Tonight, after dinner, I have been advised of my sentence: I am to be executed like a criminal at eight in the morning. I have not had time to give you a full account of everything that has happened, but if you will listen to my doctor and my other unfortunate servants, you will learn the truth, and how, thanks be to God, I scorn death and vow that I meet it innocent of any crime, even if I were their subject. The Catholic faith and the assertion of my God-given right to the English crown are the two issues on which I am condemned, and yet I am not allowed to say that it is for the Catholic religion that I die, but for fear of interference with theirs. The proof of this is that they have taken away my chaplain, and although he is in the building, I have not been able to get permission for him to come and hear my confession and give me the Last Sacrament, while they have been most insistent that I receive the consolation and instruction of their minister, brought here for that purpose. The bearer of this letter and his companions, most of them your subjects, will testify to my conduct at my last hour. It remains for me to beg Your Most Christian Majesty, my brother-in-law and old ally, who have always protested your love for me, to give proof now of your goodness on all these points: firstly by charity, in paying my unfortunate servants the wages due them – this is a burden on my conscience that only you can relieve: further, by having prayers offered to God for a queen who has borne the title Most Christian, and who dies a Catholic, stripped of all her possessions. As for my son, I commend him to you in so far as he deserves, for I cannot answer for him. I have taken the liberty of sending you two precious stones, talismans against illness, trusting that you will enjoy good health and a long and happy life. Accept them from your loving sister-in-law, who, as she dies, bears witness of her warm feeling for you. Again I commend my servants to you. Give instructions, if it please you, that for my soul’s sake part of what you owe me should be paid, and that for the sake of Jesus Christ, to whom I shall pray for you tomorrow as I die, I be left enough to found a memorial mass and give the customary alms.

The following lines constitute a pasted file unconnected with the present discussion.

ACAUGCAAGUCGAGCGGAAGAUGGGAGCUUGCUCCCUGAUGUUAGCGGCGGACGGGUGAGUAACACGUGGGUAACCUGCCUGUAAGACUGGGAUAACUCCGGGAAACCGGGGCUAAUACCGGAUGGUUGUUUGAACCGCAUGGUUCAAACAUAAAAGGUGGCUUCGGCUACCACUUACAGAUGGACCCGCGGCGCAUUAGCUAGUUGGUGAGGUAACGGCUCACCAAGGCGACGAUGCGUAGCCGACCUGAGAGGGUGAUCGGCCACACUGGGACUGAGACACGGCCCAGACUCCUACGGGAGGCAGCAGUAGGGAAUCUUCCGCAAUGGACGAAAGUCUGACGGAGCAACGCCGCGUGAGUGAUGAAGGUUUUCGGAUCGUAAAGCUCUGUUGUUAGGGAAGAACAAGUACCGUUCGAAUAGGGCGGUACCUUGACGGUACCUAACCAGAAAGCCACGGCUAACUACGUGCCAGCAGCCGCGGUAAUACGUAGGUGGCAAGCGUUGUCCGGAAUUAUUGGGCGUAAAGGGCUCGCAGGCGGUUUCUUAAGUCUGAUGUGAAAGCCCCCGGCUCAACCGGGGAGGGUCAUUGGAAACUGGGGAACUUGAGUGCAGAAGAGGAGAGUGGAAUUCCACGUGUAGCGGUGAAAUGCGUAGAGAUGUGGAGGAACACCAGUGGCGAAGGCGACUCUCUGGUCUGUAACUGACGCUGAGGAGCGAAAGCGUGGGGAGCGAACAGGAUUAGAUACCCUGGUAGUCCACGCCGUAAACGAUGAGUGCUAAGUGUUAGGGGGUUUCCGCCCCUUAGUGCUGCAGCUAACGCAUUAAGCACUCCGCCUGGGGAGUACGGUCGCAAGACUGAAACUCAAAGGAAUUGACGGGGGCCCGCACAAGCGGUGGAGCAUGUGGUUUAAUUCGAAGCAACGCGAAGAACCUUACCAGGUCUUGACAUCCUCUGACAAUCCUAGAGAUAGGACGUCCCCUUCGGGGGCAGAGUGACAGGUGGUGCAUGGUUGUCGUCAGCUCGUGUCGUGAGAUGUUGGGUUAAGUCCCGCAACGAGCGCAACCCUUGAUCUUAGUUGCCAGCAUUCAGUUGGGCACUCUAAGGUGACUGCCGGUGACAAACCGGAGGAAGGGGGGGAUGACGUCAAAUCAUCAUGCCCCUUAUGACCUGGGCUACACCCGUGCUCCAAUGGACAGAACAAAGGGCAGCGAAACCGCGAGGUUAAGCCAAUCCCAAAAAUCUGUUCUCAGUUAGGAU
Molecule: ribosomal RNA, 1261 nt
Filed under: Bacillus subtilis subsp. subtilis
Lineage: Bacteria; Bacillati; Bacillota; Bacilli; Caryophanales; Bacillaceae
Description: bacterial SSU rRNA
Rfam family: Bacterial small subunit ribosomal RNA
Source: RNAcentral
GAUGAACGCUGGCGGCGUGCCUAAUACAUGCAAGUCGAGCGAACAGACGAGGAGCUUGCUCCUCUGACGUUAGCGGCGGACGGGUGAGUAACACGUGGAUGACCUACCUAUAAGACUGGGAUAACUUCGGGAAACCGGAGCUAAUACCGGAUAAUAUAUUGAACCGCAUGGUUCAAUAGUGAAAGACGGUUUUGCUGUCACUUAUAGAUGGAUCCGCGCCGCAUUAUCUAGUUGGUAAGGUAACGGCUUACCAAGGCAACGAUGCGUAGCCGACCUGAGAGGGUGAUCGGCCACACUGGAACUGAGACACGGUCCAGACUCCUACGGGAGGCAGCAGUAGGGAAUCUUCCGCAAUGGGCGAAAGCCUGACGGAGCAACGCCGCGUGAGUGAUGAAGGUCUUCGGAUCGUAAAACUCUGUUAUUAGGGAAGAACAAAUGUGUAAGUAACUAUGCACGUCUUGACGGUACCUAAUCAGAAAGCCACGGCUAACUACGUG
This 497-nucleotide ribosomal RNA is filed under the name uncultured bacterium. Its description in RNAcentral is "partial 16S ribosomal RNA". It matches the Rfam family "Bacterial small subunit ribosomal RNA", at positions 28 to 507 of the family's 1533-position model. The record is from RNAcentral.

Wednesday, at two in the morning
Your most loving and most true sister  

Mary R  


National Library of Scotland, with their full collection of manuscripts and archives. They also have a series of pages dedicated to this letter – showing the images of each page, the French transcription and the English translation. Please go visit – it is sublime!

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January 15, 1559 – Coronation of Elizabeth I

Elizabeth I, in her coronation robes, by an unknown artist (public domain via Wikimedia Commons)